What Chess Has Taught Me About Copywriting
The goal of the game of chess is to capture your opponent’s king, before yours is captured.
To chess aficionados, those of us who play poorly are known as “wood pushers.” We might have a basic understanding of how the pieces move, but we lack the skills necessary to win.
Chess is war. The mere knowledge that advancing a pawn to the eighth rank allows you to “promote” it into any other piece (except a king or pawn) is not enough to be victorious. You must be able to convert your plans into a winning strategy.
A winning chess strategy
Accomplished players see the chessboard as a virtual battlefield. Chess pieces become their armies, with advantages and disadvantages.
The center four squares of the board are the equivalent of the high ground on a field of battle. That’s where soldiers (chess pieces) are most powerful and mobile. In the initial stages of the “game,” warriors focus their troops on possessing, defending or attacking those four squares.
Employ that strategy and your moves will be focused and effective.
Chess and copywriting
You also need a plan to write copy that will win the game.
The “center four squares” – the strategies – for copywriters are arbitrary. Professional writers, whose survival depends on earning an income, require different strategies than programmers or graphic artists, for example, who simply want to dabble in the art of writing.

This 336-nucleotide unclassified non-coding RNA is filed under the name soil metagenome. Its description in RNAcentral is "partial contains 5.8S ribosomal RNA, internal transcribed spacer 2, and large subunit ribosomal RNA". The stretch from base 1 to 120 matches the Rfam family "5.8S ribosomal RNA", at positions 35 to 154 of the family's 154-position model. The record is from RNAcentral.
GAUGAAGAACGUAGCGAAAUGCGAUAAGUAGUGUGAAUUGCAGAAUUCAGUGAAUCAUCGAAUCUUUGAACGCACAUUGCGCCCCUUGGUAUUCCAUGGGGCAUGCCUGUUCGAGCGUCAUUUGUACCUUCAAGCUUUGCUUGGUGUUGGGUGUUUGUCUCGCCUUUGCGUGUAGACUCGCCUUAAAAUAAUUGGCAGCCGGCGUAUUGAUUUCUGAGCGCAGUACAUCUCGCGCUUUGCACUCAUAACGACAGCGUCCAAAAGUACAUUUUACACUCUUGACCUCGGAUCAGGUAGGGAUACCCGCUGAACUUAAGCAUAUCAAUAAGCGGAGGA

The goal of professional copywriting is to earn money for whomever pays you to write. If they don’t make a profit from your work, if they’re smart, they’ll find someone who can.
Writers must graduate from being “word pushers” who know how to fill a page with clichés to those who can devise a winning presentation. Study your art. Use a thesaurus and polish your contributions. There are no great writers – there are only great re-writers.
Define your message. Do you know what you want to communicate? Can you boil it down to a couple of bullets? This will keep you from straying from your main points.
Unlike chess, teamwork wins the game when it comes to copywriting. If you are unwilling to have your copy changed, you’re going to have a hard time. Selling your words is not any different than selling your home. The new owners can knock down the walls and paint their house purple. After you sell your words, they are no longer yours. Deal with it.
Whether you compose a “Just do it!” slogan or ghostwrite the Great American Novel, your goal is to create copy that others believe is worthwhile. Even if you hate the final edition. Even if you liked your ideas better anyone else’s. You’re part of a team. There’s no “money” in “me.” If self-fulfillment and artistic development are your primary goals, you’d better set aside money in your budget for lottery tickets.
There are hundreds of publishers and millions of websites that need content. Provide valuable material and – POOF!!! – you can become a writer.
Follow this strategy to produce income for your employers:
- Research your clients.
- Research their products or services.
- Research their demographics and their goals.
- Hone your skills.
- Learn to be flexible.
- Learn to take advice.
- Solve more problems than you create.
- Write copy that evokes profitable responses.
To earn money as a writer, you must earn money for your employers.
The Bottom Line: Your copy is not about you … it’s about your employer.